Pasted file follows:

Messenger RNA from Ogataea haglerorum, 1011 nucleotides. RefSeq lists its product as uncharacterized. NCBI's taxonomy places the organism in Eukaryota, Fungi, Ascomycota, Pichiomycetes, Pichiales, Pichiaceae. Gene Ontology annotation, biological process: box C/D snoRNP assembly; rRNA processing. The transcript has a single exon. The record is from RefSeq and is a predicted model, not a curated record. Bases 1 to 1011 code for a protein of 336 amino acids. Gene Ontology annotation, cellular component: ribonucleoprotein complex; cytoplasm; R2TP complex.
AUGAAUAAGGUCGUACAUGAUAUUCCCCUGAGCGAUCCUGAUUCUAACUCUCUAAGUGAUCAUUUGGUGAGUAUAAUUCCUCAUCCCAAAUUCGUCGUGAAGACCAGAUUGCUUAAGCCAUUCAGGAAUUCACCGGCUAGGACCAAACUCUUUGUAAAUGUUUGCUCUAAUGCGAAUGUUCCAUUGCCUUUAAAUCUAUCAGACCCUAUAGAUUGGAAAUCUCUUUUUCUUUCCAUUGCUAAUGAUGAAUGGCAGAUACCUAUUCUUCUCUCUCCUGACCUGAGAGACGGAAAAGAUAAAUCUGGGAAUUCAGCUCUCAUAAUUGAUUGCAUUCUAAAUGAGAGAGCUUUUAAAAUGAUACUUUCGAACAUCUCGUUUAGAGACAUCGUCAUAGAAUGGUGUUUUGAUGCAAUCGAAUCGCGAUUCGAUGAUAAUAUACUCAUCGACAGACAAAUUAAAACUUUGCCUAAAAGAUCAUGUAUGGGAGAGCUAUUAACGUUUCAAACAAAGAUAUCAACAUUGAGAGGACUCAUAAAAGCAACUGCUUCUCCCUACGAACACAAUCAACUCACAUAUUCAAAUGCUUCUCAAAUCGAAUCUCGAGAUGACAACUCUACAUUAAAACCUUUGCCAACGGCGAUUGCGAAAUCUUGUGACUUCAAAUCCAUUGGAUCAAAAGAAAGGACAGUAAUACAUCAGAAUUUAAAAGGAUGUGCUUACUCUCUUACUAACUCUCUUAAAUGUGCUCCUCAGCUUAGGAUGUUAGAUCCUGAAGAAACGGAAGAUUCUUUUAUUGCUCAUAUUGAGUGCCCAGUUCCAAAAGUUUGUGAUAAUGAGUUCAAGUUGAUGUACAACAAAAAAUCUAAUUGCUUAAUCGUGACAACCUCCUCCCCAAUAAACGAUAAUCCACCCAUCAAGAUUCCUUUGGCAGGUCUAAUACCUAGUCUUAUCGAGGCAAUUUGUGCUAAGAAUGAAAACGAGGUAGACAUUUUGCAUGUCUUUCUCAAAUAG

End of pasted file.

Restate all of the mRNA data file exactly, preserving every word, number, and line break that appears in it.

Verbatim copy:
Messenger RNA from Ogataea haglerorum, 1011 nucleotides. RefSeq lists its product as uncharacterized. NCBI's taxonomy places the organism in Eukaryota, Fungi, Ascomycota, Pichiomycetes, Pichiales, Pichiaceae. Gene Ontology annotation, biological process: box C/D snoRNP assembly; rRNA processing. The transcript has a single exon. The record is from RefSeq and is a predicted model, not a curated record. Bases 1 to 1011 code for a protein of 336 amino acids. Gene Ontology annotation, cellular component: ribonucleoprotein complex; cytoplasm; R2TP complex.
AUGAAUAAGGUCGUACAUGAUAUUCCCCUGAGCGAUCCUGAUUCUAACUCUCUAAGUGAUCAUUUGGUGAGUAUAAUUCCUCAUCCCAAAUUCGUCGUGAAGACCAGAUUGCUUAAGCCAUUCAGGAAUUCACCGGCUAGGACCAAACUCUUUGUAAAUGUUUGCUCUAAUGCGAAUGUUCCAUUGCCUUUAAAUCUAUCAGACCCUAUAGAUUGGAAAUCUCUUUUUCUUUCCAUUGCUAAUGAUGAAUGGCAGAUACCUAUUCUUCUCUCUCCUGACCUGAGAGACGGAAAAGAUAAAUCUGGGAAUUCAGCUCUCAUAAUUGAUUGCAUUCUAAAUGAGAGAGCUUUUAAAAUGAUACUUUCGAACAUCUCGUUUAGAGACAUCGUCAUAGAAUGGUGUUUUGAUGCAAUCGAAUCGCGAUUCGAUGAUAAUAUACUCAUCGACAGACAAAUUAAAACUUUGCCUAAAAGAUCAUGUAUGGGAGAGCUAUUAACGUUUCAAACAAAGAUAUCAACAUUGAGAGGACUCAUAAAAGCAACUGCUUCUCCCUACGAACACAAUCAACUCACAUAUUCAAAUGCUUCUCAAAUCGAAUCUCGAGAUGACAACUCUACAUUAAAACCUUUGCCAACGGCGAUUGCGAAAUCUUGUGACUUCAAAUCCAUUGGAUCAAAAGAAAGGACAGUAAUACAUCAGAAUUUAAAAGGAUGUGCUUACUCUCUUACUAACUCUCUUAAAUGUGCUCCUCAGCUUAGGAUGUUAGAUCCUGAAGAAACGGAAGAUUCUUUUAUUGCUCAUAUUGAGUGCCCAGUUCCAAAAGUUUGUGAUAAUGAGUUCAAGUUGAUGUACAACAAAAAAUCUAAUUGCUUAAUCGUGACAACCUCCUCCCCAAUAAACGAUAAUCCACCCAUCAAGAUUCCUUUGGCAGGUCUAAUACCUAGUCUUAUCGAGGCAAUUUGUGCUAAGAAUGAAAACGAGGUAGACAUUUUGCAUGUCUUUCUCAAAUAG